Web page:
Farm News, by David Bennett: As the climate becomes increasingly temperamental, wild relatives of today’s crops are increasingly threatened. Although they may bear little resemblance to today’s cultivated crops, the wild cousins play an integral part in breeding programs and maintaining yields.
When pests or diseases attack a crop, breeders can often find an answer in the genetics of wild relatives. If such genetics are lost to climate-fueled extinction, solutions to crops’ future problems could vanish as well. A recent study by the Consultative Group on International Agricultural Research (CGIAR) warns that if climate trends continue — whether too hot, cold, wet or dry — in the next 50 years, as many as 61 percent of the 51 wild peanut species analyzed and 12 percent of the 108 wild potato species analyzed could become extinct. And those that survive will likely be hemmed into much smaller areas, making them more vulnerable.
“Results indicate the survival of many species of crop wild relatives — not just wild potatoes, peanuts and cowpeas — are likely to be seriously threatened even with the most conservative estimates regarding the magnitude of climate change,” says the study’s lead author, Andy Jarvis, an agricultural geographer at the CGIAR-supported, International Center for Tropical Agriculture.
“There’s an urgent need to collect and store the seeds of wild relatives in crop diversity collections before they disappear. At the moment, existing collections are conserving only a fraction of the diversity of wild species that are out there.”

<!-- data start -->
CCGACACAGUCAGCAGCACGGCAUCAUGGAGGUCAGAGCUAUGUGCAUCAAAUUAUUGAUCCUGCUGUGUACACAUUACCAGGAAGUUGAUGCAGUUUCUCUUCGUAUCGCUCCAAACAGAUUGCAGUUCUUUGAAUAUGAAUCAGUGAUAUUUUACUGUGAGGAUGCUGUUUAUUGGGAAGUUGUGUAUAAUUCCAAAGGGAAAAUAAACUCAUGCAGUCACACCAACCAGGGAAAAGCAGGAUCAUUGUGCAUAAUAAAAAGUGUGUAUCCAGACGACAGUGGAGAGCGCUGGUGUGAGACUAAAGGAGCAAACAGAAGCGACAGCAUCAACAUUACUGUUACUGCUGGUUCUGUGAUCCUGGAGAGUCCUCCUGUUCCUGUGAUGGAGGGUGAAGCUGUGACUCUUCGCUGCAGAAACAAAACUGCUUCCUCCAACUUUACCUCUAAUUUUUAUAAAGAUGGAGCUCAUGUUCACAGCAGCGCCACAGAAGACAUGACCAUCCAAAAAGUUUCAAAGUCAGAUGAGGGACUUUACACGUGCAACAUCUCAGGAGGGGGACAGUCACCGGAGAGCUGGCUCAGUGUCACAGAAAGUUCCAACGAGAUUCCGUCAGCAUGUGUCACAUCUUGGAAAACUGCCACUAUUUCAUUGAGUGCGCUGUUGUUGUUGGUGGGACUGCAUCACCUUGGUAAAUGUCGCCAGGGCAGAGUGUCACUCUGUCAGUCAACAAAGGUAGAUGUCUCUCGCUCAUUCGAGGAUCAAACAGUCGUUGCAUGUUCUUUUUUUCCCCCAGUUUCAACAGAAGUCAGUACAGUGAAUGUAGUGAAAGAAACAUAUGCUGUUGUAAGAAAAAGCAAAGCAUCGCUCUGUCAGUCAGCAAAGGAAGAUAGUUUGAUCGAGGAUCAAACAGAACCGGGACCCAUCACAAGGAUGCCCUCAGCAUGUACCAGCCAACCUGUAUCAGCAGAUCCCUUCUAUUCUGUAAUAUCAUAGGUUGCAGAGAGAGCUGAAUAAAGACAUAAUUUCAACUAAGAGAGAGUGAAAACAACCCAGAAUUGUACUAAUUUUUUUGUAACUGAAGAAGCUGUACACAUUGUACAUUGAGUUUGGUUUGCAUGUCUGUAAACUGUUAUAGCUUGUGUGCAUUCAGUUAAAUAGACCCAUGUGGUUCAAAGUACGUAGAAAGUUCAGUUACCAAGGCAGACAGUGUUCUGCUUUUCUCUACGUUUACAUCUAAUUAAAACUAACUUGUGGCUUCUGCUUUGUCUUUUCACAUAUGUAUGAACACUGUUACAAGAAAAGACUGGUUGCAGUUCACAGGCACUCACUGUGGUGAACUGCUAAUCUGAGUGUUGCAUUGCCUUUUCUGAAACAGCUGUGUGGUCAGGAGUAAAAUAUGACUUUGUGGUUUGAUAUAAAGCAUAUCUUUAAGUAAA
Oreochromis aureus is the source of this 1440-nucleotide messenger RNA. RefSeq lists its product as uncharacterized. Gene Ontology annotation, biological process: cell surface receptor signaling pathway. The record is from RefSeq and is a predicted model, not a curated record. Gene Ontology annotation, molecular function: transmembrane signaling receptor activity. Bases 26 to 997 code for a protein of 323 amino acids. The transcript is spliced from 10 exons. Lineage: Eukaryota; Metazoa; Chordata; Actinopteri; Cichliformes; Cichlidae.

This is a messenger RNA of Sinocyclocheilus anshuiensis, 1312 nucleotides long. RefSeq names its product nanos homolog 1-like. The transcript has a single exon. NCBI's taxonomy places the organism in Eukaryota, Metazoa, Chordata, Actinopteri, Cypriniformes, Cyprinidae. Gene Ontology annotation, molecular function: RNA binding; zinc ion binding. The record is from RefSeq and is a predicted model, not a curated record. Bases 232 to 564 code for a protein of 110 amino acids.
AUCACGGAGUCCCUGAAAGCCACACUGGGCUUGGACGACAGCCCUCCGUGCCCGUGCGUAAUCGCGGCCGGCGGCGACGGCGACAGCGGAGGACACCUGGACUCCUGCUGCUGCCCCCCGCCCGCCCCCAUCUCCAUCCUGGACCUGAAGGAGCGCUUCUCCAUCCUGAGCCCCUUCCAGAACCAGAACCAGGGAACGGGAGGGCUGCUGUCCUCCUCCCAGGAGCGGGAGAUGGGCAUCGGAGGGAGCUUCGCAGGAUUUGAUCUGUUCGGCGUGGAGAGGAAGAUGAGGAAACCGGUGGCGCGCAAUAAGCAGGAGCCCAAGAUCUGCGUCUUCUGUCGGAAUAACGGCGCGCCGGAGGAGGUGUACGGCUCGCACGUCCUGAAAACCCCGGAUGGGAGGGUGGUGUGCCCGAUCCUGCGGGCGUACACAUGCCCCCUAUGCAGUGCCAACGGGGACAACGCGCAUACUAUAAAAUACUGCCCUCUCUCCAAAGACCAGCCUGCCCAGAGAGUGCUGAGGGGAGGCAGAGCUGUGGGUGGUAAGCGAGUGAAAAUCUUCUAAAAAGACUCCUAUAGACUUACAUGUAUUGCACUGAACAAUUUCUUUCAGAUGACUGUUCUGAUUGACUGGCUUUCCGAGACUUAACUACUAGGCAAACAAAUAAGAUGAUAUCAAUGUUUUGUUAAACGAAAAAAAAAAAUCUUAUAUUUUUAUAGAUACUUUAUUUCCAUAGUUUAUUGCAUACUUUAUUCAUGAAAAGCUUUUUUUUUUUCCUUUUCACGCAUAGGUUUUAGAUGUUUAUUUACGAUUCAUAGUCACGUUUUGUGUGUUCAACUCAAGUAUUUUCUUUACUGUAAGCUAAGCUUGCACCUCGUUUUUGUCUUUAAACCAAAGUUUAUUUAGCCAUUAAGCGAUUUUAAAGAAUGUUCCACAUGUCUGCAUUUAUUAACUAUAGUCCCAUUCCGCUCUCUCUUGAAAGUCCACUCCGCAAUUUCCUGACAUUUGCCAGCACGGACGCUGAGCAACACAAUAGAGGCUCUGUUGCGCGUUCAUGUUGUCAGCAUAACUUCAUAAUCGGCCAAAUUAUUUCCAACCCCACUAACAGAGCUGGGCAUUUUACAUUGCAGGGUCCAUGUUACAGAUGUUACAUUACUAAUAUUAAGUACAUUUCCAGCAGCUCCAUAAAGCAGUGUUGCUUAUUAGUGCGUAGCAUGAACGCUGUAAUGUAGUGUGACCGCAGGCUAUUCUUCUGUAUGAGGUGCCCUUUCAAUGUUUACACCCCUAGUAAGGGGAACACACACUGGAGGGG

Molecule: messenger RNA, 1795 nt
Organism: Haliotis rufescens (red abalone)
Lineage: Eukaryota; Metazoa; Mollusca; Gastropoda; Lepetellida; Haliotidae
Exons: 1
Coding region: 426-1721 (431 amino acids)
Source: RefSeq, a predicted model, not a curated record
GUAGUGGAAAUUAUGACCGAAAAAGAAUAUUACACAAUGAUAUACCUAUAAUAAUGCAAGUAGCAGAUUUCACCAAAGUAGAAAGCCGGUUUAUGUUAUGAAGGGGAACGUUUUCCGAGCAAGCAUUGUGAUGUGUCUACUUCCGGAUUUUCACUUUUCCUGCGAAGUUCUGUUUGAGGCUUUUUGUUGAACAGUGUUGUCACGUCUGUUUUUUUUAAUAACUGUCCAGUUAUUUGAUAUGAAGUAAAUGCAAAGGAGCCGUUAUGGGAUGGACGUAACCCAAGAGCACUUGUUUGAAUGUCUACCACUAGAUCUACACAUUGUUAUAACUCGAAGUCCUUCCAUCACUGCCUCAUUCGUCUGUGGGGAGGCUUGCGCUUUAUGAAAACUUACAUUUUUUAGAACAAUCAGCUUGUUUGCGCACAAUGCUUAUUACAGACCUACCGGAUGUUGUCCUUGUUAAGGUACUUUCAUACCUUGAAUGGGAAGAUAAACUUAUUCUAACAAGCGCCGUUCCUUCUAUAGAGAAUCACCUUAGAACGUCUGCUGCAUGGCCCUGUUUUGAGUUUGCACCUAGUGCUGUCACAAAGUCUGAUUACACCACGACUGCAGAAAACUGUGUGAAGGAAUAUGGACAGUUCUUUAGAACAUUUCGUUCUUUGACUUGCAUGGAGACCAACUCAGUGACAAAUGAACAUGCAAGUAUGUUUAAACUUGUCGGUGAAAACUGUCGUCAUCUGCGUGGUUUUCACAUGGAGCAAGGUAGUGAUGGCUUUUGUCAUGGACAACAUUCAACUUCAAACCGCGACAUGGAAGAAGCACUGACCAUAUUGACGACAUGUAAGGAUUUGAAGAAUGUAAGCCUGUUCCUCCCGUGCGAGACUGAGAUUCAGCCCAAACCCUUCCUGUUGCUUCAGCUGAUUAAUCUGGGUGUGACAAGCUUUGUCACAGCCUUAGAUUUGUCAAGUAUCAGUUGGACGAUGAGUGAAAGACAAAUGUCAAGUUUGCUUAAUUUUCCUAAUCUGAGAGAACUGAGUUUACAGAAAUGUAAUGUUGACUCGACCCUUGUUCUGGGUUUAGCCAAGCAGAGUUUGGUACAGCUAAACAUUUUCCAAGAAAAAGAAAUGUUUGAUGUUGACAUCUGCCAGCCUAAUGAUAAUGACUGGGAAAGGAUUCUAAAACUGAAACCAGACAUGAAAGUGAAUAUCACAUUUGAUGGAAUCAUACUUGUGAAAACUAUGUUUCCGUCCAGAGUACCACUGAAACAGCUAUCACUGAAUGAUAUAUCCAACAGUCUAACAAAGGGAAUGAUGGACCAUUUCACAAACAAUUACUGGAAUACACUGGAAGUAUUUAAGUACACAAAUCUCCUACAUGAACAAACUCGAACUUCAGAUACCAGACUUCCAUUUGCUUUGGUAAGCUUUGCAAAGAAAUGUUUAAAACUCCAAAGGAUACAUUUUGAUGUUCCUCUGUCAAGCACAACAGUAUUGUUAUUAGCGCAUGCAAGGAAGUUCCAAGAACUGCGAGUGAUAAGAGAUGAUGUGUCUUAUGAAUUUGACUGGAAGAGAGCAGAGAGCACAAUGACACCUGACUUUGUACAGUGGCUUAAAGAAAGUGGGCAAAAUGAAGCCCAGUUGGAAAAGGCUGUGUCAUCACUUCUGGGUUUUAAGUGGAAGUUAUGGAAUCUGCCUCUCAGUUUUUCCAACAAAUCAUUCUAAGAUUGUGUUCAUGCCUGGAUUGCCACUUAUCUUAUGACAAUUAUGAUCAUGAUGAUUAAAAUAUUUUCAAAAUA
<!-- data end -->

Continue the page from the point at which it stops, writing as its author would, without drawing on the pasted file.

Jarvis and colleagues studied the effects of climate change on three crops in Africa and
…[Jarvis said:] “We’ve been working on this for about five years, although not necessarily in the context of climate change. We were interested in how the wild species of crop relatives were doing, how they’re distributed in the wild, how threatened they are and prioritizing their conservation. That involves a bit of promoting of their conservation so they’re taken into account and mainstreamed into conservation strategies.
“The recent study was the icing on the cake — to see what the threat of climate change is presenting to these species. The truth is these species are already threatened from land-use changes and exploitation. Now, we’re showing climate change is a lasting impact that could cause considerable extinctions.
On the need to preserve wild relatives… “Over the history of evolution, these wild relatives have shown how important they are. They’ve developed resistances to many pests and diseases. They can have novel adaptations to drought stresses, for example. Or, in wild potatoes, they may have adapted to prevent frost damage. So there are very many interesting traits that could prove useful for improving today’s crops.